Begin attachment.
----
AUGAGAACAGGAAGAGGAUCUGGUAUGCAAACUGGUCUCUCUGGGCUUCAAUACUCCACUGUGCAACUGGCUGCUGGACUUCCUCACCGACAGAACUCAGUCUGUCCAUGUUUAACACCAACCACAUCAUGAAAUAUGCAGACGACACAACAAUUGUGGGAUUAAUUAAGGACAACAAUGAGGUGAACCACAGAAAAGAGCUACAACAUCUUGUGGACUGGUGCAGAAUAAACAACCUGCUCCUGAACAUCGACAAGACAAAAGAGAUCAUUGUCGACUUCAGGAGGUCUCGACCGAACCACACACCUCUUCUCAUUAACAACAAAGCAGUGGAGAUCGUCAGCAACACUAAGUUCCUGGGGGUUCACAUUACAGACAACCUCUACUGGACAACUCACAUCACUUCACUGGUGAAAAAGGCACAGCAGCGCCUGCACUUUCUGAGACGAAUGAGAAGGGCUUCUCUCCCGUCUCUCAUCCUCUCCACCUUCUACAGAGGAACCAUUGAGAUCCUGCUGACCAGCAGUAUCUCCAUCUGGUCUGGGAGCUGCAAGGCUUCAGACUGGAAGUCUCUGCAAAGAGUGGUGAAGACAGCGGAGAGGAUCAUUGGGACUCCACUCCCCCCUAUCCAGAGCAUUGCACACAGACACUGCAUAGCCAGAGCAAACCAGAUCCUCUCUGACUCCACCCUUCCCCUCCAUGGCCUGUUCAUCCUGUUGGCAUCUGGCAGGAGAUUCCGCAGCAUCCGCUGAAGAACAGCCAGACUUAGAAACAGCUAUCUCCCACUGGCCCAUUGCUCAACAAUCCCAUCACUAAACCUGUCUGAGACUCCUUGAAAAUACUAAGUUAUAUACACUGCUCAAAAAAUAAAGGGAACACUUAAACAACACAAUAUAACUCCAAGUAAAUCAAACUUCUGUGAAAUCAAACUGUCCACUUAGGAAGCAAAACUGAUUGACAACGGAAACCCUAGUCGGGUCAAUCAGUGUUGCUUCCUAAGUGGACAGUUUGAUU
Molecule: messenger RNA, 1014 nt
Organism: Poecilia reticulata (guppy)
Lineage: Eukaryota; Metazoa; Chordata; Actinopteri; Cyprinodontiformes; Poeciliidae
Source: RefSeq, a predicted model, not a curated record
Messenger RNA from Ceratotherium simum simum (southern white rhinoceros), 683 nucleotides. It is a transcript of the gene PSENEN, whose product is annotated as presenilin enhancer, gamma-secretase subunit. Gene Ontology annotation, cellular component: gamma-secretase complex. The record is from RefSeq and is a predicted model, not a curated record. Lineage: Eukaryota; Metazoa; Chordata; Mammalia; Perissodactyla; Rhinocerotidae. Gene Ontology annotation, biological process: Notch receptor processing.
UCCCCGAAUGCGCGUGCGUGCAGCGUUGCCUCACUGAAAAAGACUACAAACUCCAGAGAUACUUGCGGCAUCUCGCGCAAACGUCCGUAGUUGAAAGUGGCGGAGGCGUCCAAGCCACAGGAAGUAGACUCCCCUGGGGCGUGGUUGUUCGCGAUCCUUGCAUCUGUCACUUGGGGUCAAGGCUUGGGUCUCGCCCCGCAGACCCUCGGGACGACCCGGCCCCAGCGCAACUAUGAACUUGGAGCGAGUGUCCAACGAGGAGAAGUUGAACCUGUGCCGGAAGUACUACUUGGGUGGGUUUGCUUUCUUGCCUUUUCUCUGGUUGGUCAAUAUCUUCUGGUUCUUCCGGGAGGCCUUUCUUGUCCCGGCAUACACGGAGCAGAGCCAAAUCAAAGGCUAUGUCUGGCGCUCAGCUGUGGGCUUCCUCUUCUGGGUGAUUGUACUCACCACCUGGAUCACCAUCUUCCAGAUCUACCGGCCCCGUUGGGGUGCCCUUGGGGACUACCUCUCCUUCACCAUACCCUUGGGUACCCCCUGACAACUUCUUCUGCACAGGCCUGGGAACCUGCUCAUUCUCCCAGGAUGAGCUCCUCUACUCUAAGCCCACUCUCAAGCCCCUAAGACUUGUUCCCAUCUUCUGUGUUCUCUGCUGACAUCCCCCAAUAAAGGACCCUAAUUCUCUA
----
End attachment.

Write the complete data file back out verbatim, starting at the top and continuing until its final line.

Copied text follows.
AUGAGAACAGGAAGAGGAUCUGGUAUGCAAACUGGUCUCUCUGGGCUUCAAUACUCCACUGUGCAACUGGCUGCUGGACUUCCUCACCGACAGAACUCAGUCUGUCCAUGUUUAACACCAACCACAUCAUGAAAUAUGCAGACGACACAACAAUUGUGGGAUUAAUUAAGGACAACAAUGAGGUGAACCACAGAAAAGAGCUACAACAUCUUGUGGACUGGUGCAGAAUAAACAACCUGCUCCUGAACAUCGACAAGACAAAAGAGAUCAUUGUCGACUUCAGGAGGUCUCGACCGAACCACACACCUCUUCUCAUUAACAACAAAGCAGUGGAGAUCGUCAGCAACACUAAGUUCCUGGGGGUUCACAUUACAGACAACCUCUACUGGACAACUCACAUCACUUCACUGGUGAAAAAGGCACAGCAGCGCCUGCACUUUCUGAGACGAAUGAGAAGGGCUUCUCUCCCGUCUCUCAUCCUCUCCACCUUCUACAGAGGAACCAUUGAGAUCCUGCUGACCAGCAGUAUCUCCAUCUGGUCUGGGAGCUGCAAGGCUUCAGACUGGAAGUCUCUGCAAAGAGUGGUGAAGACAGCGGAGAGGAUCAUUGGGACUCCACUCCCCCCUAUCCAGAGCAUUGCACACAGACACUGCAUAGCCAGAGCAAACCAGAUCCUCUCUGACUCCACCCUUCCCCUCCAUGGCCUGUUCAUCCUGUUGGCAUCUGGCAGGAGAUUCCGCAGCAUCCGCUGAAGAACAGCCAGACUUAGAAACAGCUAUCUCCCACUGGCCCAUUGCUCAACAAUCCCAUCACUAAACCUGUCUGAGACUCCUUGAAAAUACUAAGUUAUAUACACUGCUCAAAAAAUAAAGGGAACACUUAAACAACACAAUAUAACUCCAAGUAAAUCAAACUUCUGUGAAAUCAAACUGUCCACUUAGGAAGCAAAACUGAUUGACAACGGAAACCCUAGUCGGGUCAAUCAGUGUUGCUUCCUAAGUGGACAGUUUGAUU
Molecule: messenger RNA, 1014 nt
Organism: Poecilia reticulata (guppy)
Lineage: Eukaryota; Metazoa; Chordata; Actinopteri; Cyprinodontiformes; Poeciliidae
Source: RefSeq, a predicted model, not a curated record
Messenger RNA from Ceratotherium simum simum (southern white rhinoceros), 683 nucleotides. It is a transcript of the gene PSENEN, whose product is annotated as presenilin enhancer, gamma-secretase subunit. Gene Ontology annotation, cellular component: gamma-secretase complex. The record is from RefSeq and is a predicted model, not a curated record. Lineage: Eukaryota; Metazoa; Chordata; Mammalia; Perissodactyla; Rhinocerotidae. Gene Ontology annotation, biological process: Notch receptor processing.
UCCCCGAAUGCGCGUGCGUGCAGCGUUGCCUCACUGAAAAAGACUACAAACUCCAGAGAUACUUGCGGCAUCUCGCGCAAACGUCCGUAGUUGAAAGUGGCGGAGGCGUCCAAGCCACAGGAAGUAGACUCCCCUGGGGCGUGGUUGUUCGCGAUCCUUGCAUCUGUCACUUGGGGUCAAGGCUUGGGUCUCGCCCCGCAGACCCUCGGGACGACCCGGCCCCAGCGCAACUAUGAACUUGGAGCGAGUGUCCAACGAGGAGAAGUUGAACCUGUGCCGGAAGUACUACUUGGGUGGGUUUGCUUUCUUGCCUUUUCUCUGGUUGGUCAAUAUCUUCUGGUUCUUCCGGGAGGCCUUUCUUGUCCCGGCAUACACGGAGCAGAGCCAAAUCAAAGGCUAUGUCUGGCGCUCAGCUGUGGGCUUCCUCUUCUGGGUGAUUGUACUCACCACCUGGAUCACCAUCUUCCAGAUCUACCGGCCCCGUUGGGGUGCCCUUGGGGACUACCUCUCCUUCACCAUACCCUUGGGUACCCCCUGACAACUUCUUCUGCACAGGCCUGGGAACCUGCUCAUUCUCCCAGGAUGAGCUCCUCUACUCUAAGCCCACUCUCAAGCCCCUAAGACUUGUUCCCAUCUUCUGUGUUCUCUGCUGACAUCCCCCAAUAAAGGACCCUAAUUCUCUA